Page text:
Portrait of a recipe
Holly Ringland’s novel The Lost Flowers of Alice Hart is an ode to Australia’s flora, so it seemed fitting to use an Australian herb – lemon myrtle – to dress these delicious local Balmain bugs for our interview. Accompanied by a pineapple and mint salsa, it was the perfect al-fresco meal for this unseasonally hot Autumn day.
Lemon myrtle is a beautiful Australian shrub with graceful weeping branches, soft green leaves and clusters of creamy feathery flowers in Autumn. It is a native of northern New South Wales and sourthern Queensland. This fragrant herb is wonderful as a fresh accompaniment to fish, chicken, ice cream and sorbet but can also be dried and powdered.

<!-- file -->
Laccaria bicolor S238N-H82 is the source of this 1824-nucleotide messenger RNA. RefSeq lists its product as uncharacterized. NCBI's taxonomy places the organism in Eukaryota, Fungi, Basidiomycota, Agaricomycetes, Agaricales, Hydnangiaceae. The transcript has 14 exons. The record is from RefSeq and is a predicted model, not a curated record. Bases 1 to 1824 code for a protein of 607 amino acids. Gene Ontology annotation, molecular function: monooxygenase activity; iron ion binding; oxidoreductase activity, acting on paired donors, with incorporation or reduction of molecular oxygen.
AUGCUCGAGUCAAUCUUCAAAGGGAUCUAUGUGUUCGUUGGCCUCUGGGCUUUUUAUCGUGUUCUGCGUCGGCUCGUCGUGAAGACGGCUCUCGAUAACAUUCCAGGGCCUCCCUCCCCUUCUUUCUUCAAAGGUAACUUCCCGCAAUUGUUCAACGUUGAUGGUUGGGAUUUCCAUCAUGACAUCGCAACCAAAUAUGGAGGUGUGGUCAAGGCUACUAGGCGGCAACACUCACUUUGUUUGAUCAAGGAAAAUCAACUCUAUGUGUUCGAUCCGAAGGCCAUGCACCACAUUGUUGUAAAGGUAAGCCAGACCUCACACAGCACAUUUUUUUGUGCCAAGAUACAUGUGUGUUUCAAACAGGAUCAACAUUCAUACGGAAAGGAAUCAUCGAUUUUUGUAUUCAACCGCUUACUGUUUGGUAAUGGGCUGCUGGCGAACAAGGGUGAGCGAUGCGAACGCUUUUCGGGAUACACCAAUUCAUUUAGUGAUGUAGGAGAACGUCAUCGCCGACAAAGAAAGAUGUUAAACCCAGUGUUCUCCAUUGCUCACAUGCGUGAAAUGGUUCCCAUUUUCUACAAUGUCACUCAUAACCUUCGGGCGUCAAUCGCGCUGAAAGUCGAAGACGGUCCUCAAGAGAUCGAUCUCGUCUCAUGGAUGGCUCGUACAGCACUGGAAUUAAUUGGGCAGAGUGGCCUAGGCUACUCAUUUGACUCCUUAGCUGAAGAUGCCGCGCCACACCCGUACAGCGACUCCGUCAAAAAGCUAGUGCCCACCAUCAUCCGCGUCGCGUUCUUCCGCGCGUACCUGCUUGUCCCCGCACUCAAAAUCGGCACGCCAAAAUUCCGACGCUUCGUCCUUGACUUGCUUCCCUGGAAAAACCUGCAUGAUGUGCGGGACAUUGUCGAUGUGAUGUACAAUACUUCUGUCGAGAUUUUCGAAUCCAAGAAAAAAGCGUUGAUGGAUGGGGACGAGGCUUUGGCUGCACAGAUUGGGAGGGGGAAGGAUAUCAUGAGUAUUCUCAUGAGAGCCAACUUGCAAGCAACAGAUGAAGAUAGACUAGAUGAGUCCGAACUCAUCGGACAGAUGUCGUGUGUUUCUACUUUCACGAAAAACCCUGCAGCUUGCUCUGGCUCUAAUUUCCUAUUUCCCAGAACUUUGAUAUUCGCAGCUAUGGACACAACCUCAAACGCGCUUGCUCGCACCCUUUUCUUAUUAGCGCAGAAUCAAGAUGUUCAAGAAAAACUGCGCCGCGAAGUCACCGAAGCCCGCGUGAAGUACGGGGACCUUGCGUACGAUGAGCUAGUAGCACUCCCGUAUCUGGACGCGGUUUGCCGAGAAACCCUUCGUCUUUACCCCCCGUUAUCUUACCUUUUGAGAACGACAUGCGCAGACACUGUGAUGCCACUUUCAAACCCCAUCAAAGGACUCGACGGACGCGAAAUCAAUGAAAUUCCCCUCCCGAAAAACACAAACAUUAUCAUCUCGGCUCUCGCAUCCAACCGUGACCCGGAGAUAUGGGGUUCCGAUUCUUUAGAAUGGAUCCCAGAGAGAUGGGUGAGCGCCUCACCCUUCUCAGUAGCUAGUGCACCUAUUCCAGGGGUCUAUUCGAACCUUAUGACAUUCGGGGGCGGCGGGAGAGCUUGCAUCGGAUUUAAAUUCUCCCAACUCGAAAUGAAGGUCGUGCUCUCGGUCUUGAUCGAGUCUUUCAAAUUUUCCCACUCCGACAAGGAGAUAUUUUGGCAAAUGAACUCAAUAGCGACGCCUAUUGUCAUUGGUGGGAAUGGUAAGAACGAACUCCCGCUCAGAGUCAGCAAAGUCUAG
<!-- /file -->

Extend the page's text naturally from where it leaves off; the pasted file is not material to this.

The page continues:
For this recipe, Kate mixed powdered lemon myrtle into the oil in which she marinated the bugs and then mixed it into the mayonnaise that accompanied it. Simple and delicious. Check out our recipes for the pineapple and mint salsa and the tomato and basil salad.
2-4 Balmain bugs per person
Powdered lemon myrtle
Jar of good quality store-bought mayonnaise
Mix powdered lemon myrtle into olive oil to taste.
Pour over bugs, toss and marinate in the fridge for a few hours.
Cook bugs on the barbecue and turn regularly until warmed through.
Mix powdered lemon myrtle into appropriate amount of mayonnaise for the number of guests (to taste).
Serve bugs warm with mayonnaise on the side.
Image credit: Claire Absolum